I felt God with me the whole time and He put the verse, “I can do all things through Him who gives me strength” in my head that morning and while she did it. Plus, I feel closer to my mom having a matching tattoo with her! The whole thing has been wonderful and all good things come from God!  And my tattoo comforts me every time I miss my grandpa.

I have wanted a tattoo for years but didn’t think I could stay still for it, especially since pain and anxiety make me move more.  So the first thing I did once I decided I was definitely doing this was to Google “people with cerebral palsy getting tattoos.”  I was very encouraged to find many people with cerebral palsy have tattoos.  Even so, I was still anxious about whether or not it would work for me.

After researching this thoroughly, my husband and I went in August to meet with a tattoo artist at our local tattoo parlor which came highly recommended.  I was very nervous when we went because I figured that they would see my involuntary movements and reject me.  I am terrified of rejection because I have been rejected so many times throughout my life.  Rather, I was met with total acceptance!

The guy we met talked to me like everyone else and listened when I talked. That means A LOT to me since some people look at my severe disability and assume that I am mentally disabled.  And my speech is very slurred making it difficult to understand me if you don’t know me well.

I immediately told the tattoo artist that I can’t control my muscles so I was worried if it would even work. He asked where I wanted the tattoo and I had him feel my thigh so he knew how the muscles would contract. Of course we explained that we’d make my feet straps tighter and that my mom would be here to help hold me.  I also took medicine to help control some of my spasms.

I was so excited for the next three weeks. I was also very nervous because even though the artist and the shop owner didn’t think there would be any problem with doing a tattoo on me, I was terrified that I would fail.

Ever since I was very young, I have been terrified of failure. As you can read in this post and this post, many people would look at me and not believe I could do things.  I learned from a very early age that I had to always prove myself to people.  Plus, I was verbally abused by various people growing up and I saw how my dad reacted angrily when my older siblings didn’t live up to his expectations. I still feel like this today. So I felt like I had to prove that I could handle the tattoo.

I can’t stress enough the importance of building our children up.  They need to learn how to believe in themselves.  This does not mean we make them proud as humility is a virtue.  But humility does not mean feeling like you never measure up or always have to be afraid of failing.  Humility means that you put others before you and you don’t think you’re better than everyone else.  But feeling poorly about yourself is not humility.

Nobody should have to struggle with anxiety like I do due to how I was treated as a child and throughout my life by certain people. Thankfully, my husband and mom had complete faith in me as did many of my friends.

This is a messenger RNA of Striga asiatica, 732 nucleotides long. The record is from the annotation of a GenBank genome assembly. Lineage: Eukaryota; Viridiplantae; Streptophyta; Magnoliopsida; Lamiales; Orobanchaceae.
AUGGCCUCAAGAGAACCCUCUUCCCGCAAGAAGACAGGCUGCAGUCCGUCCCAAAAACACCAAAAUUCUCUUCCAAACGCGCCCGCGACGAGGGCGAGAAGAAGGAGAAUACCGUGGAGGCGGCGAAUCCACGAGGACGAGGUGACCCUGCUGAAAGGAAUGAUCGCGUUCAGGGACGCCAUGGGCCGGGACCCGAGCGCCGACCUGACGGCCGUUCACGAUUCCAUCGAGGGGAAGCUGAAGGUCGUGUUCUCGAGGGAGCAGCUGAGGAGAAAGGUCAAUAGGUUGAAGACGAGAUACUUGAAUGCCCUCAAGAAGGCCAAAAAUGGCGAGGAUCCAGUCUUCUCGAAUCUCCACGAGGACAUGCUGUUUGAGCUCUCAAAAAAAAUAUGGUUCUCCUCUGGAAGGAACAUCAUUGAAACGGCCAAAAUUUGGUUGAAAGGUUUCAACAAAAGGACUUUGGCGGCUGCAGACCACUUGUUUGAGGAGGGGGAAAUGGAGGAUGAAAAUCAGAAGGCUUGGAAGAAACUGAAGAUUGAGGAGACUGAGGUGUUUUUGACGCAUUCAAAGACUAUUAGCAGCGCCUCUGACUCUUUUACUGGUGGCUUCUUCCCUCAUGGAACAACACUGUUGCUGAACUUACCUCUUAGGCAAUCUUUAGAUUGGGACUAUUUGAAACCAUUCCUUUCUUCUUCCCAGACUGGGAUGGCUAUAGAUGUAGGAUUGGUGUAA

Well, the night before my tattoo appointment my artist who was supposed to do my tattoo contacted us because something came up and he couldn’t do it the next day.  Yes, I had a little panic attack but he made sure someone else could do it. The lady we got was wonderful.  She has done tattoos on people with cerebral palsy and multiple sclerosis. That helped put me at ease.

The day of my tattoo, I was so nervous. Again, I was afraid that I would fail. That the pain would be too much for me and I would move too much.  But Candace immediately put me at ease.  She was quickly able to figure out my spasms and work around them. Every time she initially put the needle down, my startle reflex would make me jump.  But once that happened, she knew to keep going and I was fine.  There were a few “ouch” moments where I made my husband  talk more and I had to distract myself more but it wasn’t bad. I now have a BEAUTIFUL purple Mickey Mouse outline and a BEAUTIFUL red Corvette outline in honor of my dear grandpa! She was gentle and it was over before I knew it! I hugged her as I was so happy with her work.

The significance of my tattoo: Mickey Mouse is because when I was 15, Grandma and Grandpa took me to Disney World over my Christmas break. We saw the Christmas parade, rode on rides, and they arranged a private meeting with Mickey Mouse and Minnie Mouse and Goofy and other characters. I believe in signs from people in Heaven and ever since Grandpa went Home, I’ve seen Mickey everywhere despite Hello Kitty being more popular than Mickey nowadays. The Corvette is because my grandpa LOVED Corvettes.  He was never without one since I was born. He was a mechanic and worked for BF Goodrich and loved working on cars. So he would buy Corvettes, fix them up, enjoy them, then sell them. My mom is a Corvette owner after 50 years, so getting the red corvette honors him for both of us AND is fun to have matching tattoos with my mom!